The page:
In the Doghouse
I was appalled reading D. Darr's article (BW, News, "Dog Eat Dog," Jan. 16, 2008).
I've been going to The Dog House with my dog, Mason, since it opened in the end of 2004. Richard and Linda Yanez are truly "dog people," and what Mr. Lima states happened in the class, although I was not there, is not believable.
Mason and I have been in many of the programs Richard and Linda run at The Dog House. I've never seen, nor experienced any of the behavior cited by Lima. During training, Richard does use, when necessary, a loud stern voice, but it is to get the dog's attention and have them focus on you, the parent. Stern voice and corrections are given but never as Mr. Lima reports. Picking the dog off the floor by the chain? No way. Pulling the choke chain "as hard as humanly possible?" Absolutely not.
Richard and Linda Yanez run an excellent and wonderful business for our community. They have been involved in many programs in Boise and surrounding areas since their inception, and only to help better serve and help with the care of our beloved dogs. They started the fundraising and collection jars initially at the Dog House, and then branched out to other businesses to buy a set of Oxygen Air Masks for all the fire trucks in the Treasure Valley.
The Dog House is clean, well-organized and full of love for the dogs they care for—our dogs. Just the mere mention of "Richard," "Linda" or "Carley" has my Mason doing his tap dance of excitement, and his tail wagging 90 miles an hour.
I don't know what Mr. Lima's agenda is, but I wish Ms. Darr would have not been in such a hurry to write an article full of one-sided information.
In closing, I believe the article is full of unsound accusations, and I and my dog, Mason, stand behind The Dog House with Richard and Linda 110 percent. (Woof-Woof)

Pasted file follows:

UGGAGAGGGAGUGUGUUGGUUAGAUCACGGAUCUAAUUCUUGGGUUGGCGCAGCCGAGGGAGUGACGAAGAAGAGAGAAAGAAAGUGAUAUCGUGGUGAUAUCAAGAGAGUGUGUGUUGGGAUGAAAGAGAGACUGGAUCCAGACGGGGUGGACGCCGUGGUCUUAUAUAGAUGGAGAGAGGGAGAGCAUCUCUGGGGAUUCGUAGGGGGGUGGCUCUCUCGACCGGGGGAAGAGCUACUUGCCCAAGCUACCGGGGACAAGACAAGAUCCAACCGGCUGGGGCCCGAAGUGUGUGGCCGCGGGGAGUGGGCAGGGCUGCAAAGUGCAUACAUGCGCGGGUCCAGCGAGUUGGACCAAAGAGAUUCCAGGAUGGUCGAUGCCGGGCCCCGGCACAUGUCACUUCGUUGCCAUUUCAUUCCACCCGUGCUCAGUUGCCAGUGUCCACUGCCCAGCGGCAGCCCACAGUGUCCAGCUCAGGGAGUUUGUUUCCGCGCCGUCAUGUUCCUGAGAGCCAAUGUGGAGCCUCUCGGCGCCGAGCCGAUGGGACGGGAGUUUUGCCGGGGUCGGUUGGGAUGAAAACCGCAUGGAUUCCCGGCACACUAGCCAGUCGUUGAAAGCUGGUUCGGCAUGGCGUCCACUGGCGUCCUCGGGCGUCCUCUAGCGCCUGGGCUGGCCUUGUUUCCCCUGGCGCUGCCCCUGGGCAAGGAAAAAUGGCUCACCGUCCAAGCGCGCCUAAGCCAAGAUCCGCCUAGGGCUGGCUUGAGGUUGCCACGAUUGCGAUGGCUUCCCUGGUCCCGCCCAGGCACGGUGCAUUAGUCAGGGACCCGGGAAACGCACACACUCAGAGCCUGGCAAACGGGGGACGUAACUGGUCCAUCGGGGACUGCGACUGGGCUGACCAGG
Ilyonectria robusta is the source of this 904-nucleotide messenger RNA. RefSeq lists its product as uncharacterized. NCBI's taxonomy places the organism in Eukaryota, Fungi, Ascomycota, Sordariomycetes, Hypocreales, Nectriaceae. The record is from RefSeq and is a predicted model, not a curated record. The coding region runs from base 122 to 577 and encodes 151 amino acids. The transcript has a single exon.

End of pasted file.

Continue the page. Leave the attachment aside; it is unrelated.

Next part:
—Lisa Bergeron, Boise
I write in reference to the article written by Teresa Shipley, quoting Robert Kaylor and his jewelry store "R. Grey" in BoDo (BW, Arts, "Turquoise Blue and Grey," Jan. 2, 2008).
I write on behalf of so many people in other countries who would have no sustenance if not for international commerce and trade. The reference was made in the article that all jewelry from the Third World must be "slave labor made" and so, in some sense, assumed to be less caliber and "below any American standard."
Many families that we purchase from and thus support are, in part, the reason and the joy that we are in the "import" business. There is a place in our economy for fine and beautiful "American-made" products, with a price tag that often reflects our higher cost of living. There are also artistic and beautiful products made in "Third World" cultures that are unique, indigenous and of desirable quality. These artists can then support their families in their villages. Many Americans do feel like purchasing imported jewelry is the "right thing to do" in sharing the wealth with those less-privileged. How about the jewelry designers in Bali and Nepal who support an orphanage or a school with their profits? I feel its important to keep our hearts open to the value and intention of supporting other less fortunate cultures near and far. We are all in this together.
—Mishel VandenBusch, Eyes Of the World Imports, Boise
I just read the two reviews on the Piazza di Vino (BW, Food, "Piazza di Vino," Dec. 26, 2007). My immediate reaction was, "Jeez, this looks like a good cop/bad cop routine gone horribly awry." Ryan Peck's excellent job as Detective Goren hits all the right notes of observation and logical conclusions. Unfortunately, the same cannot be said for Jennifer Hernandez's piece. She was unable to play Detective Eames to Ryan's Goren. It came off more like some snark-filled diatribe of twittish pretentiousness.
What does she offer as evidence that the place is "jazzy?" None, the reader is asked to get into the "let's be honest" mode and overlook that the incoherent paragraph is suggesting, in a clumsily disingenuous manner, that it is deserted because no one goes there. I couldn't make that leap.
The rest of the review became laughable as she concludes that "it quickly became evident that the primary focus at Piazza di Vino is wine." Apparently the name of the place, the many bottles of wine displayed along an entire wall, all those wine glasses, and the wine list were just clues that were hidden in plain sight.
Unfortunately, the snarkiness hadn't run its course. She informs us that she is a "scratch cook," that although the food is better than a dive or sports bar, it is not quite "like the gourmet goodies at another wine bar nearby." Gee, when I use words like "gourmet goodies," I am referring to dining at Andrae's. Perhaps BW will spring for a meal at Andrae's so Jennifer can tell the difference between gourmet and not gourmet.
And might I also suggest an art-appreciation class? "Nude art" isn't meant to leave a "seedy impression."
—Israel Espinoza, Meridian
We wish we had spelled Richard and Linda Yanez's name(BW, News, Jan. 16, 2008) correctly.